By David Sixsmith, Senior Lecturer in Law
We are living in extraordinary and, for many, extremely worrying times. The coronavirus pandemic is not something which anybody could have anticipated, and it has placed many members of our university community in a position in which they never expected to be. In response to this, the government has put in place measures and provisions supporting the people of the country in ways which are unprecedented, with daily announcements being made which attempt to plug the gaps left by such provisions to date.
Once such area of concern relates to housing. Many of the staff and students within our university community who live currently in private rented accommodation under the terms of an Assured Shorthold Tenancy Agreement, or in properties which are subject to a mortgage, will have justifiable concerns over whether they will be able to afford to pay their rent or mortgage over the coming months, and the consequences of failing to do so. This blog is an update on the current position from a procedural legal perspective on the specific point of evictions, as well as offering some tips for anybody who remains concerned about their current position. It is to be taken as general information rather than specific legal advice; if any reader requires specific advice then please contact a local solicitor’s firm.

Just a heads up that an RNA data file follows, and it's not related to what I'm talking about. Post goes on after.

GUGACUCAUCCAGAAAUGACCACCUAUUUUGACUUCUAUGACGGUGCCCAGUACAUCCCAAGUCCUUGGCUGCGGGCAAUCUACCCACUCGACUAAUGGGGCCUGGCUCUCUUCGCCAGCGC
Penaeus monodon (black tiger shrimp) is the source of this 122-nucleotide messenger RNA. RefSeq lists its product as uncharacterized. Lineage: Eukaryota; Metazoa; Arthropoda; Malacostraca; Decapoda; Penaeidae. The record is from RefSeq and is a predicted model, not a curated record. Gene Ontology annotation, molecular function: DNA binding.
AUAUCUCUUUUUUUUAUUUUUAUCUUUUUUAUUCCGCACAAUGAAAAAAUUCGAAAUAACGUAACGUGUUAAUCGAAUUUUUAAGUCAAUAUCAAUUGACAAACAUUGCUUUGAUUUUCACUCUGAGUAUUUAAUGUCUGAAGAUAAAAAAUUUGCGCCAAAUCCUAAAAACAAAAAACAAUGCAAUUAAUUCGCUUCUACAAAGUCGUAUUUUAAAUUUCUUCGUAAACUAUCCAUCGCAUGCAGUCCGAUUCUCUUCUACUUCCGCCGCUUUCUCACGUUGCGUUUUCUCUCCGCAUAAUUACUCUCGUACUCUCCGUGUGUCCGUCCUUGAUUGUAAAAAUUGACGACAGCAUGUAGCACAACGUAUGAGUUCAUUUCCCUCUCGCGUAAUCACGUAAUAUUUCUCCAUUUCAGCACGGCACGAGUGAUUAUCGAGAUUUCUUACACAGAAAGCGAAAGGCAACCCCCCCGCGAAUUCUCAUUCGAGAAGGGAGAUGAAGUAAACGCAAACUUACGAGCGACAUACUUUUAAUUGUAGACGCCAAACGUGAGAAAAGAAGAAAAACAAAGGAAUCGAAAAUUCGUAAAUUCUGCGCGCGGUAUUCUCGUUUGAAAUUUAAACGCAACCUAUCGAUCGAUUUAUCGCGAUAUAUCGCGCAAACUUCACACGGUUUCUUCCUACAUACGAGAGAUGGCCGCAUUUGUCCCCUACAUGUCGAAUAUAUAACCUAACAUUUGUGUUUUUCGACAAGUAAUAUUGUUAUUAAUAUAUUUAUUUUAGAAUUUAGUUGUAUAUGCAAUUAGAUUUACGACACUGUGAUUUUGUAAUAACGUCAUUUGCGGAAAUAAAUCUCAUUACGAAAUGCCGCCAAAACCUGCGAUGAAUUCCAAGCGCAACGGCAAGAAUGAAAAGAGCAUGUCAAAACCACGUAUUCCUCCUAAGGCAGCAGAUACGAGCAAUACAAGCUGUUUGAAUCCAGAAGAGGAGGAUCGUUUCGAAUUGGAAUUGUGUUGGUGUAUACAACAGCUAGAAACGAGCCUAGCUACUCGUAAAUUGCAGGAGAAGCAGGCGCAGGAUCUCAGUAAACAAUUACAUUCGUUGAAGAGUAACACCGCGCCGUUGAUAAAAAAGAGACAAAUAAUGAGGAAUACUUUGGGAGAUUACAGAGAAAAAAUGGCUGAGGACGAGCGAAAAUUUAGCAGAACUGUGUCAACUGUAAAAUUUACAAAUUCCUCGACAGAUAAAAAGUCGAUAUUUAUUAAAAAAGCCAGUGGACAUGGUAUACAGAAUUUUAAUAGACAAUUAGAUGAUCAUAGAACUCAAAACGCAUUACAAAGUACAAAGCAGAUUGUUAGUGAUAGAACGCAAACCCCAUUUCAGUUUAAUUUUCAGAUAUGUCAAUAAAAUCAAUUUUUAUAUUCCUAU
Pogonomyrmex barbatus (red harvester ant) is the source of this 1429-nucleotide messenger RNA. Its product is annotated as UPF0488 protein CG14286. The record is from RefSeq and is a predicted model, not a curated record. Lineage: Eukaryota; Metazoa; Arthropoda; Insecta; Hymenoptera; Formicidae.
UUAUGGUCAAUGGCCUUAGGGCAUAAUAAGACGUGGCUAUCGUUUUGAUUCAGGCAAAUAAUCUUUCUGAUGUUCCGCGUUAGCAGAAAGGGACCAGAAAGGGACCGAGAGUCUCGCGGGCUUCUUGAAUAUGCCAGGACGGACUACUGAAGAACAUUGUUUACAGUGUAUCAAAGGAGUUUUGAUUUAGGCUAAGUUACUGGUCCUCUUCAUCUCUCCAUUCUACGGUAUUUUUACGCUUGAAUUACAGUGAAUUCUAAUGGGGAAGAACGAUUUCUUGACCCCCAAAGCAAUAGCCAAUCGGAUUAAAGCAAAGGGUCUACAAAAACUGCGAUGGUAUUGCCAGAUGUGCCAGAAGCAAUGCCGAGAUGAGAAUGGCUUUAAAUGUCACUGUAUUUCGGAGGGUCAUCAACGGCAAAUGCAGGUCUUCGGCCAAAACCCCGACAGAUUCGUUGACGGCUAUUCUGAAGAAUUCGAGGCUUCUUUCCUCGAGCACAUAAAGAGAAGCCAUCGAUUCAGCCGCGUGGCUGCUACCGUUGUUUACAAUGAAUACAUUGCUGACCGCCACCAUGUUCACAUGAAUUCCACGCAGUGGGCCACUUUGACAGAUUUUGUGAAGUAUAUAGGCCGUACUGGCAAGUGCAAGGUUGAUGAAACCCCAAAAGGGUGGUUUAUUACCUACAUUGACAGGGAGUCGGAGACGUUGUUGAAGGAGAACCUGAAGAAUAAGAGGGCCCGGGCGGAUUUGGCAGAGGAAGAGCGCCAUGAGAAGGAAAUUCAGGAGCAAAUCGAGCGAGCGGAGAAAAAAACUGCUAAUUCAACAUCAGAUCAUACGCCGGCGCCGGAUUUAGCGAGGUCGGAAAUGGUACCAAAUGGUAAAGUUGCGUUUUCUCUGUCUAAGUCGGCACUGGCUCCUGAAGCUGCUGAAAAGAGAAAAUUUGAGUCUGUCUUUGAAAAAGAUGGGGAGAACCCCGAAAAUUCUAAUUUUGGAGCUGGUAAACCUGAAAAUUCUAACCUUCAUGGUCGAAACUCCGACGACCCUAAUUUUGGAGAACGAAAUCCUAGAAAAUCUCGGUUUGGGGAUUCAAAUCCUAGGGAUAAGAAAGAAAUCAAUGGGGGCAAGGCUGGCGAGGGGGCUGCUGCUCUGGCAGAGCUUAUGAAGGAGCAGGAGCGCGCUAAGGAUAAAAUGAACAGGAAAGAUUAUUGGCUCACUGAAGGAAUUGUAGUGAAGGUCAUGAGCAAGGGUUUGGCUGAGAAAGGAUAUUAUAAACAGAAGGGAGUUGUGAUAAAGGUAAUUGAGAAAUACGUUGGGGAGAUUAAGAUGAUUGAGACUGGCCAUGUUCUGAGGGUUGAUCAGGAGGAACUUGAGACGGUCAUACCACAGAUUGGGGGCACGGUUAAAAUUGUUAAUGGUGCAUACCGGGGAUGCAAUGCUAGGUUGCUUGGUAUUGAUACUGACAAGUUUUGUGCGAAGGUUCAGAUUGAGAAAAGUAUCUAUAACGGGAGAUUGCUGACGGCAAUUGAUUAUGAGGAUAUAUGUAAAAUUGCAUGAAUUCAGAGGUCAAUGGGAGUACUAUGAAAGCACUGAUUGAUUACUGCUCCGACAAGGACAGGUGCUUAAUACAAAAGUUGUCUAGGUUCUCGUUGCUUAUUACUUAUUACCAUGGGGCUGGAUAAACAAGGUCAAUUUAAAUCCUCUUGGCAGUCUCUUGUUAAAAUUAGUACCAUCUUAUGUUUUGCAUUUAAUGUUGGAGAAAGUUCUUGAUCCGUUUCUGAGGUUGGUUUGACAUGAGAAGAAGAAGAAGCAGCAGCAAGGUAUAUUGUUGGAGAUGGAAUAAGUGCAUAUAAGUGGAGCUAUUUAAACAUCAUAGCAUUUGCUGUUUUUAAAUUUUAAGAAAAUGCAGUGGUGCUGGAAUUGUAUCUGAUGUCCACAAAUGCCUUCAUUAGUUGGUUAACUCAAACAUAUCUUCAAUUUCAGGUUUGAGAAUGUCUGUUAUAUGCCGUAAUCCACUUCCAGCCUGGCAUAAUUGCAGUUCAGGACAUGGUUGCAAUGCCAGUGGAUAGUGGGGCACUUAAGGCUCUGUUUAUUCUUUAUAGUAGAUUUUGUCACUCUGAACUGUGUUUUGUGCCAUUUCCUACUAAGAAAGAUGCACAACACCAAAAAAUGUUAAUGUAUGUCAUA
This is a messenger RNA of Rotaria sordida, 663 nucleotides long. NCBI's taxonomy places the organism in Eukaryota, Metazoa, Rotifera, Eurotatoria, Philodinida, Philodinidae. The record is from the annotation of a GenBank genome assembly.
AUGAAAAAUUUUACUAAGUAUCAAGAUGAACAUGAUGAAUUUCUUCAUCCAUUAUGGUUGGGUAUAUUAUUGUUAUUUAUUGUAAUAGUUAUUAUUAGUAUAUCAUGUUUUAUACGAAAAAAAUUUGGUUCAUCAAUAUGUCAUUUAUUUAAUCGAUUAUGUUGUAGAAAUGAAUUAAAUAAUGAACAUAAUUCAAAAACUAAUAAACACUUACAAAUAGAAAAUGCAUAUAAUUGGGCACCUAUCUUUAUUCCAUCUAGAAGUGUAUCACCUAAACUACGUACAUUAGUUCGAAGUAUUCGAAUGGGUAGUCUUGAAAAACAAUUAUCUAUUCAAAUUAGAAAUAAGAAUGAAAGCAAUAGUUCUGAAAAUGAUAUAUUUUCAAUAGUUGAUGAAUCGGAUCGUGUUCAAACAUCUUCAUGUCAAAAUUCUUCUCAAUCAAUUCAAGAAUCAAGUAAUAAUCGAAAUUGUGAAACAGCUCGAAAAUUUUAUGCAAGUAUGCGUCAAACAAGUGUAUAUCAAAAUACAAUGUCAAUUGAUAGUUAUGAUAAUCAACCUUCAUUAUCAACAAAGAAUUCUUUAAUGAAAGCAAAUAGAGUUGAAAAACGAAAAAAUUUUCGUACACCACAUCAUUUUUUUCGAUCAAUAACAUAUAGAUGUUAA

How has the law relating to evictions changed following the outbreak of coronavirus?
On 27 March 2020, the Master of the Rolls and Lord Chancellor signed Civil Procedure Rule Practice Direction 51Z relating to housing possession proceedings during the coronavirus pandemic. The key section of the announcement on the Ministry of Housing, Communities and Local Government is as follows, with the emboldened text being the writer’s emphasis:
"Following a decision by the Master of the Rolls with the Lord Chancellors agreement the court service will suspend all ongoing housing possession action – this means that neither cases currently in the system or any about to go in the system can progress to the stage where someone could be evicted.
This suspension of housing possessions action will initially last for 90 days, but this can be extended if needed. This measure will protect all private and social renters, as well as those with mortgages and those with licenses covered by the Protection from Eviction Act 1977. This will apply to both England and Wales.”